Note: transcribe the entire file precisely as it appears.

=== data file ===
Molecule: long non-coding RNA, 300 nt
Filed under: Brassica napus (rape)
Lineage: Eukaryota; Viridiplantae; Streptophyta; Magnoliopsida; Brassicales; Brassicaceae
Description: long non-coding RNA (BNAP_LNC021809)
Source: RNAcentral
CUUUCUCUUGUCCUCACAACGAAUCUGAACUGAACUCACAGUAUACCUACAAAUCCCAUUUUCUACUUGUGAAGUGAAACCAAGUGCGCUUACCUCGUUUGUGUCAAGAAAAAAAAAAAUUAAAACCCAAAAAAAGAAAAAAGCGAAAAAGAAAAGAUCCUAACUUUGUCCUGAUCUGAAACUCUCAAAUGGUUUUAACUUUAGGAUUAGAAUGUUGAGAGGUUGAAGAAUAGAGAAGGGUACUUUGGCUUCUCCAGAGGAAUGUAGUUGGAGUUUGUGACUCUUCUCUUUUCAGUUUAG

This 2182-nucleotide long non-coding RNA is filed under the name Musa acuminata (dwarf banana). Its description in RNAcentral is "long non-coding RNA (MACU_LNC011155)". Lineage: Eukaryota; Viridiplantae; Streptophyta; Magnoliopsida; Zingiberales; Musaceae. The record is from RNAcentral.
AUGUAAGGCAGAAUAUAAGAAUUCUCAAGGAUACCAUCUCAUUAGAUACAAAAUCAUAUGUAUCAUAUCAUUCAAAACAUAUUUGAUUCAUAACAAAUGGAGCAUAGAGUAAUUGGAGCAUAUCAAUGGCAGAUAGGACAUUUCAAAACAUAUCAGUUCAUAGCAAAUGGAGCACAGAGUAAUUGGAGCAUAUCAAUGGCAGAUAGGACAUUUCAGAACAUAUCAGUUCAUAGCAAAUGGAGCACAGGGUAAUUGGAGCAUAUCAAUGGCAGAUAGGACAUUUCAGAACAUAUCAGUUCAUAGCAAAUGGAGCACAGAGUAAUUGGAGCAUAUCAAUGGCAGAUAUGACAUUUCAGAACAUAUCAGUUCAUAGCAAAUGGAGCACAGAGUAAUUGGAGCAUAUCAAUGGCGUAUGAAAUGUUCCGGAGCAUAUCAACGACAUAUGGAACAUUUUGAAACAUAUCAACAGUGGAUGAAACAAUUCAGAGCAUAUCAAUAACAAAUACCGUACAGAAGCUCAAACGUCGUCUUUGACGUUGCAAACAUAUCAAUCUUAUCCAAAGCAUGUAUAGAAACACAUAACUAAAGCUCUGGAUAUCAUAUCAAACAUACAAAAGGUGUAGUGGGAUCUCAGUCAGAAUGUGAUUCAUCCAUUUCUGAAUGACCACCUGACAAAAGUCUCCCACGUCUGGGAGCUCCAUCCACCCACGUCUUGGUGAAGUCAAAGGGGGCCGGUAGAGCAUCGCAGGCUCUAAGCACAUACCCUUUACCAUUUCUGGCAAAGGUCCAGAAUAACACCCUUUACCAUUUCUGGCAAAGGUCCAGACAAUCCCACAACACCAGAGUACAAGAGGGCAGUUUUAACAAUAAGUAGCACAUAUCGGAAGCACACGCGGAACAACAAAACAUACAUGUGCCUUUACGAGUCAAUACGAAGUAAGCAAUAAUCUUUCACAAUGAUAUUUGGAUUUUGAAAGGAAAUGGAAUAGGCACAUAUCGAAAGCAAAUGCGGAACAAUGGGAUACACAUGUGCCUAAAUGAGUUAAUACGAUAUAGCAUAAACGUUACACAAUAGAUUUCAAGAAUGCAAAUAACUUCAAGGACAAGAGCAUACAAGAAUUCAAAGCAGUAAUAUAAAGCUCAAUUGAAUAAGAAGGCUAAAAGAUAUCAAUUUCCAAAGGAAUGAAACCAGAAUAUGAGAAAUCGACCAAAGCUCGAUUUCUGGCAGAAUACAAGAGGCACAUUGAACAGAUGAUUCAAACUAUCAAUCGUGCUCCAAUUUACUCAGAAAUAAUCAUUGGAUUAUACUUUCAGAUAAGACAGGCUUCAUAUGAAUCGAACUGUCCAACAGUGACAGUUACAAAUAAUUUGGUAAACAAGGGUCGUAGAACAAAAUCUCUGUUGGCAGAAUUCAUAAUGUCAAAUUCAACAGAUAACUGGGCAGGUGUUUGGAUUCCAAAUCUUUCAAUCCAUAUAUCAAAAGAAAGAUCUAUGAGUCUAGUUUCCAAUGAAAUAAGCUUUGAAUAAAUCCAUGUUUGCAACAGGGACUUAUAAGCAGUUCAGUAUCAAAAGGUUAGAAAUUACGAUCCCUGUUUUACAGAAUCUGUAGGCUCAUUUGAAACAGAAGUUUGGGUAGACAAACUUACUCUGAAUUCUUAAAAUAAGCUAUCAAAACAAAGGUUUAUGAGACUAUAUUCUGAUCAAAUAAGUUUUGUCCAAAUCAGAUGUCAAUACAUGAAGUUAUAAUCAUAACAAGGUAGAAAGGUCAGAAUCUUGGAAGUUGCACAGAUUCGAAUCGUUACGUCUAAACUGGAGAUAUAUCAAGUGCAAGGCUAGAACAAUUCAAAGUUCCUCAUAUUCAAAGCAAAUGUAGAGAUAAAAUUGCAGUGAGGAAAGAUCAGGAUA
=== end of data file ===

Molecule: long non-coding RNA, 300 nt
Filed under: Brassica napus (rape)
Lineage: Eukaryota; Viridiplantae; Streptophyta; Magnoliopsida; Brassicales; Brassicaceae
Description: long non-coding RNA (BNAP_LNC021809)
Source: RNAcentral
CUUUCUCUUGUCCUCACAACGAAUCUGAACUGAACUCACAGUAUACCUACAAAUCCCAUUUUCUACUUGUGAAGUGAAACCAAGUGCGCUUACCUCGUUUGUGUCAAGAAAAAAAAAAAUUAAAACCCAAAAAAAGAAAAAAGCGAAAAAGAAAAGAUCCUAACUUUGUCCUGAUCUGAAACUCUCAAAUGGUUUUAACUUUAGGAUUAGAAUGUUGAGAGGUUGAAGAAUAGAGAAGGGUACUUUGGCUUCUCCAGAGGAAUGUAGUUGGAGUUUGUGACUCUUCUCUUUUCAGUUUAG

This 2182-nucleotide long non-coding RNA is filed under the name Musa acuminata (dwarf banana). Its description in RNAcentral is "long non-coding RNA (MACU_LNC011155)". Lineage: Eukaryota; Viridiplantae; Streptophyta; Magnoliopsida; Zingiberales; Musaceae. The record is from RNAcentral.
AUGUAAGGCAGAAUAUAAGAAUUCUCAAGGAUACCAUCUCAUUAGAUACAAAAUCAUAUGUAUCAUAUCAUUCAAAACAUAUUUGAUUCAUAACAAAUGGAGCAUAGAGUAAUUGGAGCAUAUCAAUGGCAGAUAGGACAUUUCAAAACAUAUCAGUUCAUAGCAAAUGGAGCACAGAGUAAUUGGAGCAUAUCAAUGGCAGAUAGGACAUUUCAGAACAUAUCAGUUCAUAGCAAAUGGAGCACAGGGUAAUUGGAGCAUAUCAAUGGCAGAUAGGACAUUUCAGAACAUAUCAGUUCAUAGCAAAUGGAGCACAGAGUAAUUGGAGCAUAUCAAUGGCAGAUAUGACAUUUCAGAACAUAUCAGUUCAUAGCAAAUGGAGCACAGAGUAAUUGGAGCAUAUCAAUGGCGUAUGAAAUGUUCCGGAGCAUAUCAACGACAUAUGGAACAUUUUGAAACAUAUCAACAGUGGAUGAAACAAUUCAGAGCAUAUCAAUAACAAAUACCGUACAGAAGCUCAAACGUCGUCUUUGACGUUGCAAACAUAUCAAUCUUAUCCAAAGCAUGUAUAGAAACACAUAACUAAAGCUCUGGAUAUCAUAUCAAACAUACAAAAGGUGUAGUGGGAUCUCAGUCAGAAUGUGAUUCAUCCAUUUCUGAAUGACCACCUGACAAAAGUCUCCCACGUCUGGGAGCUCCAUCCACCCACGUCUUGGUGAAGUCAAAGGGGGCCGGUAGAGCAUCGCAGGCUCUAAGCACAUACCCUUUACCAUUUCUGGCAAAGGUCCAGAAUAACACCCUUUACCAUUUCUGGCAAAGGUCCAGACAAUCCCACAACACCAGAGUACAAGAGGGCAGUUUUAACAAUAAGUAGCACAUAUCGGAAGCACACGCGGAACAACAAAACAUACAUGUGCCUUUACGAGUCAAUACGAAGUAAGCAAUAAUCUUUCACAAUGAUAUUUGGAUUUUGAAAGGAAAUGGAAUAGGCACAUAUCGAAAGCAAAUGCGGAACAAUGGGAUACACAUGUGCCUAAAUGAGUUAAUACGAUAUAGCAUAAACGUUACACAAUAGAUUUCAAGAAUGCAAAUAACUUCAAGGACAAGAGCAUACAAGAAUUCAAAGCAGUAAUAUAAAGCUCAAUUGAAUAAGAAGGCUAAAAGAUAUCAAUUUCCAAAGGAAUGAAACCAGAAUAUGAGAAAUCGACCAAAGCUCGAUUUCUGGCAGAAUACAAGAGGCACAUUGAACAGAUGAUUCAAACUAUCAAUCGUGCUCCAAUUUACUCAGAAAUAAUCAUUGGAUUAUACUUUCAGAUAAGACAGGCUUCAUAUGAAUCGAACUGUCCAACAGUGACAGUUACAAAUAAUUUGGUAAACAAGGGUCGUAGAACAAAAUCUCUGUUGGCAGAAUUCAUAAUGUCAAAUUCAACAGAUAACUGGGCAGGUGUUUGGAUUCCAAAUCUUUCAAUCCAUAUAUCAAAAGAAAGAUCUAUGAGUCUAGUUUCCAAUGAAAUAAGCUUUGAAUAAAUCCAUGUUUGCAACAGGGACUUAUAAGCAGUUCAGUAUCAAAAGGUUAGAAAUUACGAUCCCUGUUUUACAGAAUCUGUAGGCUCAUUUGAAACAGAAGUUUGGGUAGACAAACUUACUCUGAAUUCUUAAAAUAAGCUAUCAAAACAAAGGUUUAUGAGACUAUAUUCUGAUCAAAUAAGUUUUGUCCAAAUCAGAUGUCAAUACAUGAAGUUAUAAUCAUAACAAGGUAGAAAGGUCAGAAUCUUGGAAGUUGCACAGAUUCGAAUCGUUACGUCUAAACUGGAGAUAUAUCAAGUGCAAGGCUAGAACAAUUCAAAGUUCCUCAUAUUCAAAGCAAAUGUAGAGAUAAAAUUGCAGUGAGGAAAGAUCAGGAUA